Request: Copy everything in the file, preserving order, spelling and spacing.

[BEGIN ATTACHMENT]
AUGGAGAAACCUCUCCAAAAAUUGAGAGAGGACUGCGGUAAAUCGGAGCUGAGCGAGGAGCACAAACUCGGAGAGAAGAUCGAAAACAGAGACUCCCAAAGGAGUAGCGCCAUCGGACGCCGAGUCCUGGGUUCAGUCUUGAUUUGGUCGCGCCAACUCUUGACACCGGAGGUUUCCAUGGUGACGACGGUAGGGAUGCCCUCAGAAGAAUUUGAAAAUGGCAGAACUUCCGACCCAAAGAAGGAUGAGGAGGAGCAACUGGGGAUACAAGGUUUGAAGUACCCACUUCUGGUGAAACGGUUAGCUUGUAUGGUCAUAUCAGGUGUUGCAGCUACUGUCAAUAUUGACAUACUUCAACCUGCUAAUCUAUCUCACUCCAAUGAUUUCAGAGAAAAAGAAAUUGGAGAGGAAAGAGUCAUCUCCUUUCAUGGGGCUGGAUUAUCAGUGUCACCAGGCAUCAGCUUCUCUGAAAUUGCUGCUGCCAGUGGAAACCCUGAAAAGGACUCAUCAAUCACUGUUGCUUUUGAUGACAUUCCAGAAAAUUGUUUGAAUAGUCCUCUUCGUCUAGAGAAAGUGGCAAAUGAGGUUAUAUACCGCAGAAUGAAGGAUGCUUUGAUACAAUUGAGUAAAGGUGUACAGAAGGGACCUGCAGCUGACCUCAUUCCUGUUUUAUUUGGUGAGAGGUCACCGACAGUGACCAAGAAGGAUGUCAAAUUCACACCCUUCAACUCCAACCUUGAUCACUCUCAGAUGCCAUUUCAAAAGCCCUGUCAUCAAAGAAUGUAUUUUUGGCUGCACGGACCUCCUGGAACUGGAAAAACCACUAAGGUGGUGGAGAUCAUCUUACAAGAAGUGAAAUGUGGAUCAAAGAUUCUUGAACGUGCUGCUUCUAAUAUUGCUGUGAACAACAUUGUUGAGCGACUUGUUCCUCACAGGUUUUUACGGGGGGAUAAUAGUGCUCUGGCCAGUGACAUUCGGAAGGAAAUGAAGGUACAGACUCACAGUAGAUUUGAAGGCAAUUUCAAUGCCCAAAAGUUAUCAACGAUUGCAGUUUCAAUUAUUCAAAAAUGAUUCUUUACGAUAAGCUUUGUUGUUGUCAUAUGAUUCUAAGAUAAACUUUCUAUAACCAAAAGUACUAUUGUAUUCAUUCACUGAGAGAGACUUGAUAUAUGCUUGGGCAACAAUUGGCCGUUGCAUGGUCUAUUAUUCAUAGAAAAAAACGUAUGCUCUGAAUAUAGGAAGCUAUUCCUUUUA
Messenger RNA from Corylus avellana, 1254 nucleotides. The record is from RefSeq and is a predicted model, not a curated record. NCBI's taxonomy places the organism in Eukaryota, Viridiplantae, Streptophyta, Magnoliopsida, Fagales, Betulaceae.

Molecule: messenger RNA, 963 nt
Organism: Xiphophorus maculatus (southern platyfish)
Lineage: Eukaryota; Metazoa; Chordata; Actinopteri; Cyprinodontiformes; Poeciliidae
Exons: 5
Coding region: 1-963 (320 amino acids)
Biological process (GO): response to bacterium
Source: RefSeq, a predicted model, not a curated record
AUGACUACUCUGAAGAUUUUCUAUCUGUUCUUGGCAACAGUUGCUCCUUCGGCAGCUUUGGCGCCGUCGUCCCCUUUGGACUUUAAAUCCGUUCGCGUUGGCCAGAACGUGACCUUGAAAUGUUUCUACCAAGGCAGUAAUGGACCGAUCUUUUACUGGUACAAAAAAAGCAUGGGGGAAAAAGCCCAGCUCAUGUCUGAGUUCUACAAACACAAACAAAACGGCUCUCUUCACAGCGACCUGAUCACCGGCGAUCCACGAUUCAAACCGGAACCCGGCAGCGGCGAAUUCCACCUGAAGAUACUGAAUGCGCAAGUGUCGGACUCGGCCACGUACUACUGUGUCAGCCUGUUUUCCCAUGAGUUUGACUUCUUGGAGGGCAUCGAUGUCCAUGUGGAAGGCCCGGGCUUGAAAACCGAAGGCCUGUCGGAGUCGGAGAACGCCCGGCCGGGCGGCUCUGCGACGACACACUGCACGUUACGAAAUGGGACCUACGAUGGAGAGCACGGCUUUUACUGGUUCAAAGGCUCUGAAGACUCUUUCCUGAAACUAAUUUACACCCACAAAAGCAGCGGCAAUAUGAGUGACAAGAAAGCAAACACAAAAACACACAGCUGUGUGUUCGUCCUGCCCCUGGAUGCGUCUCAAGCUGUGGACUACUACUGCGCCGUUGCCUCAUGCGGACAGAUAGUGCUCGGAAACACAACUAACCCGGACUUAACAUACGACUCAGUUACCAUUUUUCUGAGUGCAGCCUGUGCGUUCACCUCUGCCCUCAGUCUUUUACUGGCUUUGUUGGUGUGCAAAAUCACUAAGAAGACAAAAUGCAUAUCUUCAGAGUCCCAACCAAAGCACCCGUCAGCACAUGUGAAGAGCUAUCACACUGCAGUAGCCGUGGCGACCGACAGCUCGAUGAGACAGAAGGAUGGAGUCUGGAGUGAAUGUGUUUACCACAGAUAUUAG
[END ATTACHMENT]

AUGGAGAAACCUCUCCAAAAAUUGAGAGAGGACUGCGGUAAAUCGGAGCUGAGCGAGGAGCACAAACUCGGAGAGAAGAUCGAAAACAGAGACUCCCAAAGGAGUAGCGCCAUCGGACGCCGAGUCCUGGGUUCAGUCUUGAUUUGGUCGCGCCAACUCUUGACACCGGAGGUUUCCAUGGUGACGACGGUAGGGAUGCCCUCAGAAGAAUUUGAAAAUGGCAGAACUUCCGACCCAAAGAAGGAUGAGGAGGAGCAACUGGGGAUACAAGGUUUGAAGUACCCACUUCUGGUGAAACGGUUAGCUUGUAUGGUCAUAUCAGGUGUUGCAGCUACUGUCAAUAUUGACAUACUUCAACCUGCUAAUCUAUCUCACUCCAAUGAUUUCAGAGAAAAAGAAAUUGGAGAGGAAAGAGUCAUCUCCUUUCAUGGGGCUGGAUUAUCAGUGUCACCAGGCAUCAGCUUCUCUGAAAUUGCUGCUGCCAGUGGAAACCCUGAAAAGGACUCAUCAAUCACUGUUGCUUUUGAUGACAUUCCAGAAAAUUGUUUGAAUAGUCCUCUUCGUCUAGAGAAAGUGGCAAAUGAGGUUAUAUACCGCAGAAUGAAGGAUGCUUUGAUACAAUUGAGUAAAGGUGUACAGAAGGGACCUGCAGCUGACCUCAUUCCUGUUUUAUUUGGUGAGAGGUCACCGACAGUGACCAAGAAGGAUGUCAAAUUCACACCCUUCAACUCCAACCUUGAUCACUCUCAGAUGCCAUUUCAAAAGCCCUGUCAUCAAAGAAUGUAUUUUUGGCUGCACGGACCUCCUGGAACUGGAAAAACCACUAAGGUGGUGGAGAUCAUCUUACAAGAAGUGAAAUGUGGAUCAAAGAUUCUUGAACGUGCUGCUUCUAAUAUUGCUGUGAACAACAUUGUUGAGCGACUUGUUCCUCACAGGUUUUUACGGGGGGAUAAUAGUGCUCUGGCCAGUGACAUUCGGAAGGAAAUGAAGGUACAGACUCACAGUAGAUUUGAAGGCAAUUUCAAUGCCCAAAAGUUAUCAACGAUUGCAGUUUCAAUUAUUCAAAAAUGAUUCUUUACGAUAAGCUUUGUUGUUGUCAUAUGAUUCUAAGAUAAACUUUCUAUAACCAAAAGUACUAUUGUAUUCAUUCACUGAGAGAGACUUGAUAUAUGCUUGGGCAACAAUUGGCCGUUGCAUGGUCUAUUAUUCAUAGAAAAAAACGUAUGCUCUGAAUAUAGGAAGCUAUUCCUUUUA
Messenger RNA from Corylus avellana, 1254 nucleotides. The record is from RefSeq and is a predicted model, not a curated record. NCBI's taxonomy places the organism in Eukaryota, Viridiplantae, Streptophyta, Magnoliopsida, Fagales, Betulaceae.

Molecule: messenger RNA, 963 nt
Organism: Xiphophorus maculatus (southern platyfish)
Lineage: Eukaryota; Metazoa; Chordata; Actinopteri; Cyprinodontiformes; Poeciliidae
Exons: 5
Coding region: 1-963 (320 amino acids)
Biological process (GO): response to bacterium
Source: RefSeq, a predicted model, not a curated record
AUGACUACUCUGAAGAUUUUCUAUCUGUUCUUGGCAACAGUUGCUCCUUCGGCAGCUUUGGCGCCGUCGUCCCCUUUGGACUUUAAAUCCGUUCGCGUUGGCCAGAACGUGACCUUGAAAUGUUUCUACCAAGGCAGUAAUGGACCGAUCUUUUACUGGUACAAAAAAAGCAUGGGGGAAAAAGCCCAGCUCAUGUCUGAGUUCUACAAACACAAACAAAACGGCUCUCUUCACAGCGACCUGAUCACCGGCGAUCCACGAUUCAAACCGGAACCCGGCAGCGGCGAAUUCCACCUGAAGAUACUGAAUGCGCAAGUGUCGGACUCGGCCACGUACUACUGUGUCAGCCUGUUUUCCCAUGAGUUUGACUUCUUGGAGGGCAUCGAUGUCCAUGUGGAAGGCCCGGGCUUGAAAACCGAAGGCCUGUCGGAGUCGGAGAACGCCCGGCCGGGCGGCUCUGCGACGACACACUGCACGUUACGAAAUGGGACCUACGAUGGAGAGCACGGCUUUUACUGGUUCAAAGGCUCUGAAGACUCUUUCCUGAAACUAAUUUACACCCACAAAAGCAGCGGCAAUAUGAGUGACAAGAAAGCAAACACAAAAACACACAGCUGUGUGUUCGUCCUGCCCCUGGAUGCGUCUCAAGCUGUGGACUACUACUGCGCCGUUGCCUCAUGCGGACAGAUAGUGCUCGGAAACACAACUAACCCGGACUUAACAUACGACUCAGUUACCAUUUUUCUGAGUGCAGCCUGUGCGUUCACCUCUGCCCUCAGUCUUUUACUGGCUUUGUUGGUGUGCAAAAUCACUAAGAAGACAAAAUGCAUAUCUUCAGAGUCCCAACCAAAGCACCCGUCAGCACAUGUGAAGAGCUAUCACACUGCAGUAGCCGUGGCGACCGACAGCUCGAUGAGACAGAAGGAUGGAGUCUGGAGUGAAUGUGUUUACCACAGAUAUUAG